Mentions: The average values of the first division recovery time (time to recover a complete division event), calculated on at least 200 cells, were 6 hours for the Δbd mutant and about 5.3 hours for the three others strains (Table 2). When the same experimental protocol was performed on cells cultured under anaerobic conditions only (without any exposure to oxygen), the time to recover a complete division event was about 3 h for all strains (data not shown). The second doubling time (time to finish the second division event) was about 2.5 hours in average for the two single deletion mutants (Δbd and Δcox) and shorter for the Δcoxbd (2.1 hours) and the wild-type (1.9 hours) (Table 2). The distribution pattern showed that second doubling times for the single deletion mutant Δbd and Δcox strains were more scattered than that of the wild-type, with a significant proportion of cells exhibiting higher median, third quartile and maximum values. The distribution pattern of double deletion mutant Δcoxbd appeared closer to that of the wild-type strain, with less scattered values (Fig 6). These data show that even if cells were able to divide again when conditions were switched to anaerobic, it took longer to complete a division event when cells were previously exposed to constant 0.02% O2 sparging, the Δbd strain being the most affected. In addition the absence of either one of the membrane-bound oxygen reductase had a pronounced effect on the following division event, which was longer than for the wild-type strain.

Bottom Line: Effect of constant low oxygen concentration on growth and morphology of the wild-type, single (Δbd, Δcox) and double deletion (Δcoxbd) mutant strains of the genes encoding these oxygen reductases was studied.Time-lapse microscopy revealed that a large majority of the cells were then able to divide (over 97%) but the time to recover a complete division event was longer for single deletion mutant Δbd than for the three other strains.We propose that the pyruvate-ferredoxin oxidoreductase (PFOR) plays a central role in this phenomenon by reversibly switching from an oxidative-sensitive fully active state to an oxidative-insensitive inactive state.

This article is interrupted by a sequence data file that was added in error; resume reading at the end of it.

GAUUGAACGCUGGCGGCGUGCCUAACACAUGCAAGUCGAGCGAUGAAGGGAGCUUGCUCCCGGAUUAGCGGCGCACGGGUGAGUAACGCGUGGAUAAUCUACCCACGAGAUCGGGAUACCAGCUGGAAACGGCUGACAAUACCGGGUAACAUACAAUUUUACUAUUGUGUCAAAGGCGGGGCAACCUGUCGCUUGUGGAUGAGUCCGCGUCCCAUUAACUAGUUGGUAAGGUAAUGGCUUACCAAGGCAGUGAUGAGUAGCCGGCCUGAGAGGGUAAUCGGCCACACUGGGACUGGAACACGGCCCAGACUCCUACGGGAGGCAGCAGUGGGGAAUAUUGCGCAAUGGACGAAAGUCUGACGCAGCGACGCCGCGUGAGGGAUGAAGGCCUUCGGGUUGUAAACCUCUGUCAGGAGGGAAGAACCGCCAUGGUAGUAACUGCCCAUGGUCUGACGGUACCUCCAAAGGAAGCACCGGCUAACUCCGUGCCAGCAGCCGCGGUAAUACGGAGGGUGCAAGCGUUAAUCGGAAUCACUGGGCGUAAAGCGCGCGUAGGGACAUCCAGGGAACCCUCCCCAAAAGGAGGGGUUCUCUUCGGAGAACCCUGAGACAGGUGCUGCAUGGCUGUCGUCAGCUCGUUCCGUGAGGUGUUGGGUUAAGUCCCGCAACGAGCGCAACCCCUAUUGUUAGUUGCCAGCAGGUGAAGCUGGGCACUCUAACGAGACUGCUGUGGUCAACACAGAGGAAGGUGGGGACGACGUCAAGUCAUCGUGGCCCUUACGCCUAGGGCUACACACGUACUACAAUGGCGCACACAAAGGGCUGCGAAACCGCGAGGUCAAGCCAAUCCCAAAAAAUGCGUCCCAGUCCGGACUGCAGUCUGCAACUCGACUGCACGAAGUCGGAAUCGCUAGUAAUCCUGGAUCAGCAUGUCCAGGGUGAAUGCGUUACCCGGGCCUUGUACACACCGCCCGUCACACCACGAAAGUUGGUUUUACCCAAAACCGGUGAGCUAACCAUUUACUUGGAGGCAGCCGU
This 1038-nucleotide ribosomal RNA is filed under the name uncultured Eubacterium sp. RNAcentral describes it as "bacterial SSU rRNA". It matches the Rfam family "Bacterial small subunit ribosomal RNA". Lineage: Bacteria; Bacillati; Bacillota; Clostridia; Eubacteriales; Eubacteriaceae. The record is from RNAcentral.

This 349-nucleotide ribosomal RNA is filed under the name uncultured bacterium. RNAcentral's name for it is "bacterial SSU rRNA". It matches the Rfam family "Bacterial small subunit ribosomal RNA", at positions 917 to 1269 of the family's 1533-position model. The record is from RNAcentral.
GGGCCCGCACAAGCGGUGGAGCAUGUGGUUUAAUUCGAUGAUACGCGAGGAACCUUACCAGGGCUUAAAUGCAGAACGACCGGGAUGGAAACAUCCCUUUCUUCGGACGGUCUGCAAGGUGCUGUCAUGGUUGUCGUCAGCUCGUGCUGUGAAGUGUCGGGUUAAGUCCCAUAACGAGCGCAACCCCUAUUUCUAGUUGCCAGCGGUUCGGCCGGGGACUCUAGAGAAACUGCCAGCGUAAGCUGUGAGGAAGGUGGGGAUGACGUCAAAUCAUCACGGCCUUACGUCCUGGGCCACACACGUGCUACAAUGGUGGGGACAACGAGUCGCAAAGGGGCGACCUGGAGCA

View Article: PubMed Central - PubMed

Affiliation: Aix-Marseille Université, CNRS, LCB-UMR7283, Marseille, France.

ABSTRACT
Although obligate anaerobe, the sulfate-reducing bacterium Desulfovibrio vulgaris Hildenborough (DvH) exhibits high aerotolerance that involves several enzymatic systems, including two membrane-bound oxygen reductases, a bd-quinol oxidase and a cc(b/o)o3 cytochrome oxidase. Effect of constant low oxygen concentration on growth and morphology of the wild-type, single (Δbd, Δcox) and double deletion (Δcoxbd) mutant strains of the genes encoding these oxygen reductases was studied. When both wild-type and deletion mutant strains were cultured in lactate/sulfate medium under constant 0.02% O2 sparging, they were able to grow but the final biomasses and the growth yield were lower than that obtained under anaerobic conditions. At the end of the growth, lactate was not completely consumed and when conditions were then switched to anaerobic, growth resumed. Time-lapse microscopy revealed that a large majority of the cells were then able to divide (over 97%) but the time to recover a complete division event was longer for single deletion mutant Δbd than for the three other strains. Determination of the molar growth yields on lactate suggested that a part of the energy gained from lactate oxidation was derived toward cells protection/repairing against oxidative conditions rather than biosynthesis, and that this part was higher in the single deletion mutant Δbd and, to a lesser extent, Δcox strains. Our data show that when DvH encounters oxidative conditions, it is able to stop growing and to rapidly resume growing when conditions are switched to anaerobic, suggesting that it enters active dormancy sate under oxidative conditions. We propose that the pyruvate-ferredoxin oxidoreductase (PFOR) plays a central role in this phenomenon by reversibly switching from an oxidative-sensitive fully active state to an oxidative-insensitive inactive state. The oxygen reductases, and especially the bd-quinol oxidase, would have a crucial function by maintaining reducing conditions that permit PFOR to stay in its active state.

No MeSH data available.


Related in: MedlinePlus